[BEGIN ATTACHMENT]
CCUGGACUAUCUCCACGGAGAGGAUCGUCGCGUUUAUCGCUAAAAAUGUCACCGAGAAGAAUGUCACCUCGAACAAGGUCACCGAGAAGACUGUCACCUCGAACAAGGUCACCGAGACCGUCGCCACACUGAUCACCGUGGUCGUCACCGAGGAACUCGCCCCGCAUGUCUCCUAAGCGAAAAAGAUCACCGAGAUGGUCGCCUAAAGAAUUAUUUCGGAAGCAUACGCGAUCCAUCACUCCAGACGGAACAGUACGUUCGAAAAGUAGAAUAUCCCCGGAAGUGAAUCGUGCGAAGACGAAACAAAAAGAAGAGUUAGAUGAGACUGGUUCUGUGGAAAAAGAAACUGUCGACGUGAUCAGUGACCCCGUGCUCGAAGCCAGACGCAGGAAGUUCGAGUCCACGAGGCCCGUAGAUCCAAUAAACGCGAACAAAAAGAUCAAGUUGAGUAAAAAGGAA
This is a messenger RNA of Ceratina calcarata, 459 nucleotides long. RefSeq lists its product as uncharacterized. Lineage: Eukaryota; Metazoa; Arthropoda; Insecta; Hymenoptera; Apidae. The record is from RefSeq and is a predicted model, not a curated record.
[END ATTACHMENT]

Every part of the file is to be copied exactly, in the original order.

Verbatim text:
CCUGGACUAUCUCCACGGAGAGGAUCGUCGCGUUUAUCGCUAAAAAUGUCACCGAGAAGAAUGUCACCUCGAACAAGGUCACCGAGAAGACUGUCACCUCGAACAAGGUCACCGAGACCGUCGCCACACUGAUCACCGUGGUCGUCACCGAGGAACUCGCCCCGCAUGUCUCCUAAGCGAAAAAGAUCACCGAGAUGGUCGCCUAAAGAAUUAUUUCGGAAGCAUACGCGAUCCAUCACUCCAGACGGAACAGUACGUUCGAAAAGUAGAAUAUCCCCGGAAGUGAAUCGUGCGAAGACGAAACAAAAAGAAGAGUUAGAUGAGACUGGUUCUGUGGAAAAAGAAACUGUCGACGUGAUCAGUGACCCCGUGCUCGAAGCCAGACGCAGGAAGUUCGAGUCCACGAGGCCCGUAGAUCCAAUAAACGCGAACAAAAAGAUCAAGUUGAGUAAAAAGGAA
This is a messenger RNA of Ceratina calcarata, 459 nucleotides long. RefSeq lists its product as uncharacterized. Lineage: Eukaryota; Metazoa; Arthropoda; Insecta; Hymenoptera; Apidae. The record is from RefSeq and is a predicted model, not a curated record.